Ron Olsthoorn agrees it’s a good time to travel and invest in this country. Factors such as a floating exchange rate in a growing economy make United States involvement a reality.
Tico Times of San Jose, Costa Rica, reports that the national currency, the colon, is finally stable and holding. The USD currently trades at around 500 CRC, “with the colon actually gaining value against the dollar in…2012.”
This is good news for travelers and investors. They now should buy and invest in colones, not dollars. A traveler using dollars may need to shop around for a rate, which can rise and fall with the market. They may be offered 510 to 526 colones per dollar at restaurants or hotels, for instance. A higher exchange rate is obviously better.
Additionally, the CRCs exchange rate is currently doing better than that in other top travel destinations. An American traveler can get more bang for his buck inCosta Ricathan most any other place listed by CNN or Lonely Planet.
Around September 2006, the Central Bank ofCosta Ricaopted for the colon to float between buy/sell exchange rate bands or limits they established. Market volatility thus would drive exchange rate. State and private banks set their own exchange rates instead of the Central Bank as long as they fell within the established guidelines. If the rates went too high or too low, the Central Bank would intervene to keep rates reasonable.
The “lower band” was set at 500 CRC to the dollar and has hovered there ever since. One USD, therefore, buys or is exchanged for around 500 CRC.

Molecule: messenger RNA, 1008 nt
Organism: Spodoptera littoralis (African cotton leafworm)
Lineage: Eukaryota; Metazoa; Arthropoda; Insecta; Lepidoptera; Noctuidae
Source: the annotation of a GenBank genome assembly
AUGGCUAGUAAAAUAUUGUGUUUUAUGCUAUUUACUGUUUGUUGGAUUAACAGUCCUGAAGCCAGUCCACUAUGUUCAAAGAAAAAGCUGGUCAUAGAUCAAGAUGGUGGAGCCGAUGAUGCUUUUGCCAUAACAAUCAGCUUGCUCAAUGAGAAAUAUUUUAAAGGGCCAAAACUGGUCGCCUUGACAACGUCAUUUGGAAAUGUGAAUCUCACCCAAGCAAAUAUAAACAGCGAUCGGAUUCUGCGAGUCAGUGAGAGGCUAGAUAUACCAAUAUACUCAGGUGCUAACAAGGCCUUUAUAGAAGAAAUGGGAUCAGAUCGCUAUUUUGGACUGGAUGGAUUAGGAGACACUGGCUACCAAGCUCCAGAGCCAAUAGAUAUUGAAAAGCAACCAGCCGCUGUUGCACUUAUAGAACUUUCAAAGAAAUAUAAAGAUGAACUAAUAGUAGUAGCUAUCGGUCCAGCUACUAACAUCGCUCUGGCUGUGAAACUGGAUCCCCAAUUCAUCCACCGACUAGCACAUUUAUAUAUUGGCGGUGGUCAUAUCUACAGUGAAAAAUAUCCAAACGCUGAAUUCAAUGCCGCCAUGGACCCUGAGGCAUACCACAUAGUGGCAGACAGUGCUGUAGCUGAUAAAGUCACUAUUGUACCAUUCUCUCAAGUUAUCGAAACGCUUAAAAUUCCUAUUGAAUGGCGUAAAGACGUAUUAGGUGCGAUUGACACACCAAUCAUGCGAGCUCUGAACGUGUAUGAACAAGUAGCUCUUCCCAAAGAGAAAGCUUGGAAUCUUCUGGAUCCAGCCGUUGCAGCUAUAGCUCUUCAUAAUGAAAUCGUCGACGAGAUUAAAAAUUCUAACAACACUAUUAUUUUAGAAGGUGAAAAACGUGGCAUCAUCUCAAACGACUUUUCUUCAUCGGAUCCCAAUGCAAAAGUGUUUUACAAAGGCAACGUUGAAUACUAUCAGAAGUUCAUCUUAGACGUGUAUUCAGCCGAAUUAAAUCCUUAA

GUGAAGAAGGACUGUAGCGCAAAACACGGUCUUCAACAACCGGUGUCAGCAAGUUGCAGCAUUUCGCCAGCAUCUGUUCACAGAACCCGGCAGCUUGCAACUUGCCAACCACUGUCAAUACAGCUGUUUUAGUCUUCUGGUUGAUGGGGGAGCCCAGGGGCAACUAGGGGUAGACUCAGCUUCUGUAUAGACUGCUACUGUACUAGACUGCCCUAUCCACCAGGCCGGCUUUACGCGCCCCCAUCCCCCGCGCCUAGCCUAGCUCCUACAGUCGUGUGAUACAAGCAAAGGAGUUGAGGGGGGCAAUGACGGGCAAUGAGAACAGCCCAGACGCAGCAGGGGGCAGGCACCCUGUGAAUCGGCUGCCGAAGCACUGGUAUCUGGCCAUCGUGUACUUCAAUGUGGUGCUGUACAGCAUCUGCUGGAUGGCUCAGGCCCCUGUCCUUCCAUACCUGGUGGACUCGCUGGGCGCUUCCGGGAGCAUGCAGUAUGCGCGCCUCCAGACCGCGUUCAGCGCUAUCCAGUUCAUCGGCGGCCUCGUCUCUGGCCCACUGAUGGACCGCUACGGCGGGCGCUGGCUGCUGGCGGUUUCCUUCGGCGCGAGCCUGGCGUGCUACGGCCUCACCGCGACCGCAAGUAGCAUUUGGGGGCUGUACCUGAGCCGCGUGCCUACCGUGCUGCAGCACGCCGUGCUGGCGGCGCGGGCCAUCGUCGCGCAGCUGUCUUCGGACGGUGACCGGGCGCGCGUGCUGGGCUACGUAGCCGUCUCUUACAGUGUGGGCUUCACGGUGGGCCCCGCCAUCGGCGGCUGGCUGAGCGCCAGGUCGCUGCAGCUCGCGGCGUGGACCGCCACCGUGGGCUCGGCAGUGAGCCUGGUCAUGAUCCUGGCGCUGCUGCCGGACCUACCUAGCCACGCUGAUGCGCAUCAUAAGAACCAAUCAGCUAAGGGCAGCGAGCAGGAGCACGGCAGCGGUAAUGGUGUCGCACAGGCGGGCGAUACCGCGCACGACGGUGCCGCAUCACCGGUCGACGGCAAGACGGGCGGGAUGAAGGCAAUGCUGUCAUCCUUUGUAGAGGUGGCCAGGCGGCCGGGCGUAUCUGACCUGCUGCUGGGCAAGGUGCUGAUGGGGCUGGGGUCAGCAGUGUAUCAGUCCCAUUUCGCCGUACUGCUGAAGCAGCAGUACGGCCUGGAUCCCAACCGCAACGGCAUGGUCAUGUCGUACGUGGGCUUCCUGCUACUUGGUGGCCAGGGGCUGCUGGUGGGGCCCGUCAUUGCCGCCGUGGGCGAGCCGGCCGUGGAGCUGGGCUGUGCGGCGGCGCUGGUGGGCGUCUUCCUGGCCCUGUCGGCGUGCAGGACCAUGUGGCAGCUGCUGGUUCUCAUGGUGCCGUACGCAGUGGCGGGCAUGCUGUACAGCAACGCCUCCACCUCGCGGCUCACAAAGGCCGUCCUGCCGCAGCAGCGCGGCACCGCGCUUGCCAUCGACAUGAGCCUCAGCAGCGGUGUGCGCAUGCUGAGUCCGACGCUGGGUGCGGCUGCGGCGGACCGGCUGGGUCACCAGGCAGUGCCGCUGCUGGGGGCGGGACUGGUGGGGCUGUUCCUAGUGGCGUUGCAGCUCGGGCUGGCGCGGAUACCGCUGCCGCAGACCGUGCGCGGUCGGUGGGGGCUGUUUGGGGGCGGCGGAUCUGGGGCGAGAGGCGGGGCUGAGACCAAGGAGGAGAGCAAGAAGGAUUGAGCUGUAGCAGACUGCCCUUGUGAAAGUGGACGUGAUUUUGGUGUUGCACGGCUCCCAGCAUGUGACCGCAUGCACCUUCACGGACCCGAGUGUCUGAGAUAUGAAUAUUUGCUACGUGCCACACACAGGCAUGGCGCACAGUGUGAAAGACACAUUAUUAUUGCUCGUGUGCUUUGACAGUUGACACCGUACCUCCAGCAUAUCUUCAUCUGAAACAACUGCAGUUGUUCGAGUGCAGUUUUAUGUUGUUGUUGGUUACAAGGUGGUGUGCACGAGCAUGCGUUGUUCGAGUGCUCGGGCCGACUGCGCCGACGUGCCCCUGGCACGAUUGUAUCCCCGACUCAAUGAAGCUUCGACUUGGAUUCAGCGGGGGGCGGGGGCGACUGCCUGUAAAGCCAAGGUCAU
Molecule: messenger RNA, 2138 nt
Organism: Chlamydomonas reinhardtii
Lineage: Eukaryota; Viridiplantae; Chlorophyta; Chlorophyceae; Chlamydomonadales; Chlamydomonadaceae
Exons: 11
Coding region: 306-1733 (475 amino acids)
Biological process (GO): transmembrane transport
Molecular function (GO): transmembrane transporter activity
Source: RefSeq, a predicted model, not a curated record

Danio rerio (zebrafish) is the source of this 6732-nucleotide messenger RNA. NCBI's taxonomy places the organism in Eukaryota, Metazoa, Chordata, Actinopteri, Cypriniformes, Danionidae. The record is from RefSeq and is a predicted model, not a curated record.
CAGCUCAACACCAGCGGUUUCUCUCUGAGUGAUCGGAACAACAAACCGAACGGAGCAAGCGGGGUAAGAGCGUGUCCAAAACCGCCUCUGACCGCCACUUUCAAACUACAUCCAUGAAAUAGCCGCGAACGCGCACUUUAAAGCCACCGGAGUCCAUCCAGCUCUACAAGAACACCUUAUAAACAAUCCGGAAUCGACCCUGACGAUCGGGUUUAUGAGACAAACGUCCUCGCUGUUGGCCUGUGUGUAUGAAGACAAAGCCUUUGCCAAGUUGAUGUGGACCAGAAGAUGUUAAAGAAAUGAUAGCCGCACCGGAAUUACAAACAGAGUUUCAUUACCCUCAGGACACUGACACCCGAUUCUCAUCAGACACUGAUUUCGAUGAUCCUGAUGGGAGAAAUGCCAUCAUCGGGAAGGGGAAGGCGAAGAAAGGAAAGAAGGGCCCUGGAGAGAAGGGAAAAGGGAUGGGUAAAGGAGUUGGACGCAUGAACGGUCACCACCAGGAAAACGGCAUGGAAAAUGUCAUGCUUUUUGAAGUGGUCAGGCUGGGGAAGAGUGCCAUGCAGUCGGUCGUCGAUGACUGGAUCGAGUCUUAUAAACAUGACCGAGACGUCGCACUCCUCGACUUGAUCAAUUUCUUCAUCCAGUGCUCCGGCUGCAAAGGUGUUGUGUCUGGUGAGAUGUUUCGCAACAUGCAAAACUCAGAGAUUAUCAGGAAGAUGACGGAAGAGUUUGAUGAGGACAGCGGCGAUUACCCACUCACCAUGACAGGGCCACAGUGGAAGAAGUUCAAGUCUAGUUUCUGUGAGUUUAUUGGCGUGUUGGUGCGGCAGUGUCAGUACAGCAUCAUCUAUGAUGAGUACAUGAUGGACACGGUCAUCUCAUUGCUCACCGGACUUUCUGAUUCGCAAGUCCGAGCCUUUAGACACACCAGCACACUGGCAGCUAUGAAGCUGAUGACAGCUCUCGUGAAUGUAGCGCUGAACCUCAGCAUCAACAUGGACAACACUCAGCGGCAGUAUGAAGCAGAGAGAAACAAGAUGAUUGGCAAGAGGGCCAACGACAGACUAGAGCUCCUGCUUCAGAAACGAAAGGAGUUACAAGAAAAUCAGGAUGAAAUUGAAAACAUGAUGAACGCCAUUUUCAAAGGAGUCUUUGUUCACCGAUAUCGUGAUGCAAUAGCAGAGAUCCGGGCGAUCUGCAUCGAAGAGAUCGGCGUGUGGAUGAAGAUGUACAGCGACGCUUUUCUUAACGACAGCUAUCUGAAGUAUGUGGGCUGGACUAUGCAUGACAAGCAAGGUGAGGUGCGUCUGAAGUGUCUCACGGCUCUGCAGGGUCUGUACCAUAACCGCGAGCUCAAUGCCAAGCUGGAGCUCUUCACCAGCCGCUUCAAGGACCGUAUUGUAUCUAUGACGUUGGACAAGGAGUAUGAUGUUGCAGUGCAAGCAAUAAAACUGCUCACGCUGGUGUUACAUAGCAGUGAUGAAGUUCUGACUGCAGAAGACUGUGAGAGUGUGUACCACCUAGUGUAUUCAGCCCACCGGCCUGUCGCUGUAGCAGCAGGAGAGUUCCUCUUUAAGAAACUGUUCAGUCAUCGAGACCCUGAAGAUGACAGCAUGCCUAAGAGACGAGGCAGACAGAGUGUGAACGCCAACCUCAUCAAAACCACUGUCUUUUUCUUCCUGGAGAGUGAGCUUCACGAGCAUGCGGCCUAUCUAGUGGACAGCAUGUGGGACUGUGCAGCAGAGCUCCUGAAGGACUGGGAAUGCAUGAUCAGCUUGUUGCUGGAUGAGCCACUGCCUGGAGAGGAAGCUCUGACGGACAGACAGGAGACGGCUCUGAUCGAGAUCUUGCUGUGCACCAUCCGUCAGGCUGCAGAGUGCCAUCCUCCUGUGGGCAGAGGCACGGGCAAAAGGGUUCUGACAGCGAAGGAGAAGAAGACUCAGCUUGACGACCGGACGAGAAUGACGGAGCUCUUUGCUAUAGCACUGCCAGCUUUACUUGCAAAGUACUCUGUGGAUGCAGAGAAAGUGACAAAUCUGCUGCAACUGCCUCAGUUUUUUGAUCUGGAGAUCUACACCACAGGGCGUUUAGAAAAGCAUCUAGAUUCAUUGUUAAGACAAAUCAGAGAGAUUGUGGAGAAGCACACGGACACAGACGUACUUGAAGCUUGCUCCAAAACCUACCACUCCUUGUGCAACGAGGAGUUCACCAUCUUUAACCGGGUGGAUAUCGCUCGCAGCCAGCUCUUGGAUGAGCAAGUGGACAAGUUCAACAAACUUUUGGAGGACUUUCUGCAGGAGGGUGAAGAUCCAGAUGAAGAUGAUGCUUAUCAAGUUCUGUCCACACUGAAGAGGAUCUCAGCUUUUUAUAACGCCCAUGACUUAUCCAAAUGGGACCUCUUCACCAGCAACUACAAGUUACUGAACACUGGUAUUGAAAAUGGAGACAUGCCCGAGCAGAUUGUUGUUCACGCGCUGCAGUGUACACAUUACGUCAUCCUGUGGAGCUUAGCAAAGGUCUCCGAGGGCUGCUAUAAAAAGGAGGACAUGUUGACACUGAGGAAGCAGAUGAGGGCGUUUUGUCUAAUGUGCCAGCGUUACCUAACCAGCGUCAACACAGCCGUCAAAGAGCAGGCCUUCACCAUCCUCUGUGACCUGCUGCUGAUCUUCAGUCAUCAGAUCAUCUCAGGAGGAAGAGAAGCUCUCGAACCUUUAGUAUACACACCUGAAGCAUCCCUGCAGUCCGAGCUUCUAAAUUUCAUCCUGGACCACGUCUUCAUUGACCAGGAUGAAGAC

Central Bank action prevented the colon’s further devaluation, stabilizing the exchange rate since about 2007. Some sources note the colon actually began to increase in value against the dollar starting as early as October 17, 2006. However, Tico Times indicates the colon’s devaluation generally slowed from an 11.18 percent average to 0.71 percent over the past 30 years.
This action will not only correct dollarization, or using dollars versus colones, but should improve economic vitality, attracting American tourists and investors. Dollar devaluation could allow lower interest rate borrowing, and economic growth should improve tax revenues.
While the effects largely remain to be seen in light of national debt causing infrastructure problems, Japanese stockbrokerage firm Nomura Securities International projects a GDP gain over inflation. High-tech manufacturing and tourism, parts of foreign direct investment, are major, ranked revenue sources of the expanding economy. In fact,Costa Rica—Central America’s second-biggest–is theCaribbeanand Central American 2011-2012 Country of the Future for its foreign direct investment. This Latin American country generates billions annually in tourism income as the most visited place inCentral America. In fact, tourism specialist Ron Olsthoorn notes that tourism revenues surpass those of bananas and coffee.
To Ron Olsthoorn, there is no better country to visit thanCosta Rica. Ethical Traveler Magazine names it a top 10 ethical travel destination in the developing world. The New Economics Foundation rankedCosta Ricagreenest and happiest in the world in 2009. In 2012, the country reprised its role on the Happy Planet Index.Costa Ricaalso ranks repeatedly on the World Economic Forum’s Travel and Tourism Competitiveness Index.
CFP Ron Olsthoorn is project manager of Vista Bahia, a condo development that will be built this year and begin renting in 2014. He is an avid traveler to Costa Rica and especially loves visiting the town Dominical on the country’s southwest corner.